It is our smallest mainland state capital but that is all part of the charm that is Adelaide.

A mate who works as a pro at one of the city’s best golf courses perhaps describes this charm best. “It literally is the 20-minute city,” he says. “You can be anywhere you want to be in Adelaide within 20 minutes.”

I’ve tested the theory. He’s right. For golfers it is a fantastic city to visit because you can stay in the heart of the city, eat in fabulous restaurants, stay in a great hotel, soak up the nightlife and when you’re ready to play golf, you are within 20 minutes’ drive of some world-class golf courses.

Of course, you don’t have to be bound to the city. Within a 60-minute drive of the CBD there are the wineries and attractions of the Barossa Valley to the north east, the beautiful Adelaide Hills to the east and the scenic Fleurieu Peninsula to the south.

If you are thinking of visiting Adelaide for the Women’s Australian Open, you can be sure the welcome will be warm and the golf great.

The Grange East Course. PHOTO: Brendan James.


Royal Adelaide Golf Club will host the women’s national championship from February 13 to 16 so unless you’re lucky enough to secure a start in the pro-am you might want to organise your round here for another time. For visitors from interstate or overseas, that’s as simple as getting in touch with the office.

In the ‘City of Churches’, Royal Adelaide is the golfing equivalent of the Vatican and, as the city’s most famous golfing attraction, every visiting golfer should make the pilgrimage to the Dr Alister MacKenzie-designed layout. Its rise to world-class status began with the arrival of ‘The Good Doctor’ during his visit to Australia in 1926.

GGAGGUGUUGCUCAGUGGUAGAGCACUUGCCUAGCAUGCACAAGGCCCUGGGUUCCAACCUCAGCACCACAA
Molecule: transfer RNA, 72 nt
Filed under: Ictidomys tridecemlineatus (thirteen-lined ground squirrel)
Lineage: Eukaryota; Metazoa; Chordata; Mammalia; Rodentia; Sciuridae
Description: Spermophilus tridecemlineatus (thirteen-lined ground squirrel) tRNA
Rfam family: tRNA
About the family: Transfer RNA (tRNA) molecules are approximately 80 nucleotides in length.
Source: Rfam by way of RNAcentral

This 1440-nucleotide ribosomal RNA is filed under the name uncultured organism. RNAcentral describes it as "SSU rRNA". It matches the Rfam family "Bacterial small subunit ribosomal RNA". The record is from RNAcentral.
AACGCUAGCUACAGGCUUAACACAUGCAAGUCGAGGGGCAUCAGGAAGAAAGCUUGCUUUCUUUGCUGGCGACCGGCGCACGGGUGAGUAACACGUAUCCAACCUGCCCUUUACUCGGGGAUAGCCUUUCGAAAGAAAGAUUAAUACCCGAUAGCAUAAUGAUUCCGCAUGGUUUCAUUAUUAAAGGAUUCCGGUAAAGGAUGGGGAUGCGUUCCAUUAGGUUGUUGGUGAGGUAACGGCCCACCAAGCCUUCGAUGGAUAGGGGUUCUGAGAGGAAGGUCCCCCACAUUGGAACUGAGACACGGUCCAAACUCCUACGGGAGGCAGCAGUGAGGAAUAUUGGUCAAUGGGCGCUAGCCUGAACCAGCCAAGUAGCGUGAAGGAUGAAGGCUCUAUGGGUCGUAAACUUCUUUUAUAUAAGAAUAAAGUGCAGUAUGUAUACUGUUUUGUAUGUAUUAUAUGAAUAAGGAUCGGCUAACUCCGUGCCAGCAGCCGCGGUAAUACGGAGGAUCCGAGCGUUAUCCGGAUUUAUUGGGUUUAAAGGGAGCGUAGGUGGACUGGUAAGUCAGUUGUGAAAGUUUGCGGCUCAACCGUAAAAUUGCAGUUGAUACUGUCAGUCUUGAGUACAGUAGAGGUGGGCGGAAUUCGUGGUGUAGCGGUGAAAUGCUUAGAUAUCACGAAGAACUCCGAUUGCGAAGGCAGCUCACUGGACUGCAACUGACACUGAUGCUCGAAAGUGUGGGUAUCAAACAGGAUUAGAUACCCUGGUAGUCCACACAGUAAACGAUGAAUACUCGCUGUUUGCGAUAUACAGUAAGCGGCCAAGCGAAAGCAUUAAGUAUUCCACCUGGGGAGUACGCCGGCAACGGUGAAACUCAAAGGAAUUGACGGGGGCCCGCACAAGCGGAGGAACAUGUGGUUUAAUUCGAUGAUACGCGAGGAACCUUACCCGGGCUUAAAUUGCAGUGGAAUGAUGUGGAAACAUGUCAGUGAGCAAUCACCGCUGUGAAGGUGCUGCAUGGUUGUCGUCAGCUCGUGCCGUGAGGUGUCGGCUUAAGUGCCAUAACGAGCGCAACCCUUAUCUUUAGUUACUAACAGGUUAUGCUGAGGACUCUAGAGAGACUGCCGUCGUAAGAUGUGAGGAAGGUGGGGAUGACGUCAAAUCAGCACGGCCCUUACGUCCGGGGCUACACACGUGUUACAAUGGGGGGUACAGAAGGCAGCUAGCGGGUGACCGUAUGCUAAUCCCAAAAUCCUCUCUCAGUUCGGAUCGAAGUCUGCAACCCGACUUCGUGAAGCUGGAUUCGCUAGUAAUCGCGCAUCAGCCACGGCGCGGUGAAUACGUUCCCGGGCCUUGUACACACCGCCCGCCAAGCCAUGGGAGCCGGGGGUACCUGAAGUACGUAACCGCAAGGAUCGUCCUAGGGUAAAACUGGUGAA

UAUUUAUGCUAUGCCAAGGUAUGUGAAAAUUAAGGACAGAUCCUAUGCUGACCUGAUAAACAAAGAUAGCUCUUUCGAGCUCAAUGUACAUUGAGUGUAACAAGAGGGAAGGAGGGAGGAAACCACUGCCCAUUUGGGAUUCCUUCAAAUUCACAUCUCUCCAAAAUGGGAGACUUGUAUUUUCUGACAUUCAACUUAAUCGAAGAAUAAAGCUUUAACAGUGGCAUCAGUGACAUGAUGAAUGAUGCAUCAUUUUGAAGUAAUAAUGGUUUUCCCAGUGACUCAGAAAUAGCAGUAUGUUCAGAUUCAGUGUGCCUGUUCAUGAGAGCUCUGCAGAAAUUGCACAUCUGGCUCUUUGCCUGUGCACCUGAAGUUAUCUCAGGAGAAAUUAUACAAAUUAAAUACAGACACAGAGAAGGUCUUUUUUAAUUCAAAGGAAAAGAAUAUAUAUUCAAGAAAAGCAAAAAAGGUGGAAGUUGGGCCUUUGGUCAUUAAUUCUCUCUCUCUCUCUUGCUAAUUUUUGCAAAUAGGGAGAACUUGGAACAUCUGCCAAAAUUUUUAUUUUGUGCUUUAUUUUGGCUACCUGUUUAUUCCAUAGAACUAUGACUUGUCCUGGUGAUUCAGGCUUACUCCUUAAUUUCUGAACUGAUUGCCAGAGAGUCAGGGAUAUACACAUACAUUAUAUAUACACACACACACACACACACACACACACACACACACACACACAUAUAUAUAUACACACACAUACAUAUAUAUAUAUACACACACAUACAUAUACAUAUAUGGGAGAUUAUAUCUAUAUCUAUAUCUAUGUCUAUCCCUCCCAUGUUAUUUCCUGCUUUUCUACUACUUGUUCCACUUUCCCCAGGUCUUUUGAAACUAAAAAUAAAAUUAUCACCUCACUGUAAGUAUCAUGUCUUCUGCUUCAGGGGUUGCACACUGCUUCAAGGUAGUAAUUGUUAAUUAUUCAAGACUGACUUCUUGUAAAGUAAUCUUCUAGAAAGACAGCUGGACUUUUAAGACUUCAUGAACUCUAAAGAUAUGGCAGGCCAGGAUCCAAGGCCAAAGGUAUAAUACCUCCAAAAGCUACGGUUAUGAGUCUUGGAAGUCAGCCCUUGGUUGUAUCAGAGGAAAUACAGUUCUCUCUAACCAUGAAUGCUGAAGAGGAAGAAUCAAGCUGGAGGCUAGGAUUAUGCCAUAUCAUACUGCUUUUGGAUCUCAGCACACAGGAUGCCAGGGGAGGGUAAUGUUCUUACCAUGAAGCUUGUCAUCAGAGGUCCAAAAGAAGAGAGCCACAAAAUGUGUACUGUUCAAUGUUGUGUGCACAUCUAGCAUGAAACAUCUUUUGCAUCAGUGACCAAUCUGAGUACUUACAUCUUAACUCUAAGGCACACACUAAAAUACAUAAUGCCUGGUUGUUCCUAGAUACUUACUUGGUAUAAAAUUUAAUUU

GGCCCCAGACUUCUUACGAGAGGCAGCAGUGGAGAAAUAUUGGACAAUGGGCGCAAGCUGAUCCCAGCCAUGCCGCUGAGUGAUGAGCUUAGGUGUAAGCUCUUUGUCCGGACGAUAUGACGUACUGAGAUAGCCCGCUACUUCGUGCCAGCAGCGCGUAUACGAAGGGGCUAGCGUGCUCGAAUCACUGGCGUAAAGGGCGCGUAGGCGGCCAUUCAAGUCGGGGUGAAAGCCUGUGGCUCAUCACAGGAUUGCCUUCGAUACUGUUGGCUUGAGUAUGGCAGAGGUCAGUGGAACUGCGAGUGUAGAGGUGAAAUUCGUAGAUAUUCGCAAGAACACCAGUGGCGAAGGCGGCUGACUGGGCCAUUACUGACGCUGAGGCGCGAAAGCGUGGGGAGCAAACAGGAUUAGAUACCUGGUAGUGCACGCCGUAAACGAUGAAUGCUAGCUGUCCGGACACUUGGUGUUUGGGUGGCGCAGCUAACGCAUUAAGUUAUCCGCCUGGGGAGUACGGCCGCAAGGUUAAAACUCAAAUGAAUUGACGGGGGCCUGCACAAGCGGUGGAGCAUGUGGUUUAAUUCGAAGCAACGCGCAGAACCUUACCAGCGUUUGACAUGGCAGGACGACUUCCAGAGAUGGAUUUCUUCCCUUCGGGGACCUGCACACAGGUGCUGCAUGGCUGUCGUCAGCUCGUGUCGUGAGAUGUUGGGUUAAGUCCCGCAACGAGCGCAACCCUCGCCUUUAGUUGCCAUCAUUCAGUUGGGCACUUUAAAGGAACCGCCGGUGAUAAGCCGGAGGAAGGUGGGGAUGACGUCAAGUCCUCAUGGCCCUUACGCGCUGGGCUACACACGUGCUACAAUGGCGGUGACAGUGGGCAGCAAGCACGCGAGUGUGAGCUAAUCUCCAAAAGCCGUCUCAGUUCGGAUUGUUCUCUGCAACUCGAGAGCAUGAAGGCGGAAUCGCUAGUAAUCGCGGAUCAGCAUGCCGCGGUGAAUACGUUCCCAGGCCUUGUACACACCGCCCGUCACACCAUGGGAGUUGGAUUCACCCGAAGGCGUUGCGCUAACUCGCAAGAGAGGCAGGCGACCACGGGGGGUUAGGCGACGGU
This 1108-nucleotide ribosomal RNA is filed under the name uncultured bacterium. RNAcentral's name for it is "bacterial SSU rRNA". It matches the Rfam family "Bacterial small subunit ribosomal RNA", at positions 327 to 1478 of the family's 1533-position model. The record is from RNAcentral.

In recent times, Royal Adelaide has recaptured its past glories through design changes recommended and overseen by acclaimed course architect Tom Doak.

Royal Adelaide is the centrepiece of the Adelaide Sandbelt, which boasts another four courses all ranked in Australia’s Top-100 Courses by Golf Australia magazine.

Royal’s nearest neighbour – The Grange Golf Club – is just two minutes’ drive away and offers something the other Sandbelt clubs don’t: two courses. The twin layouts traverse similar land and share some design traits yet are different enough to provide variety while complementing each other. The Mike Clayton-redesigned West course has enjoyed more than a dozen years play since a major revamp and remains a layout with plenty of space and multiple playing angles.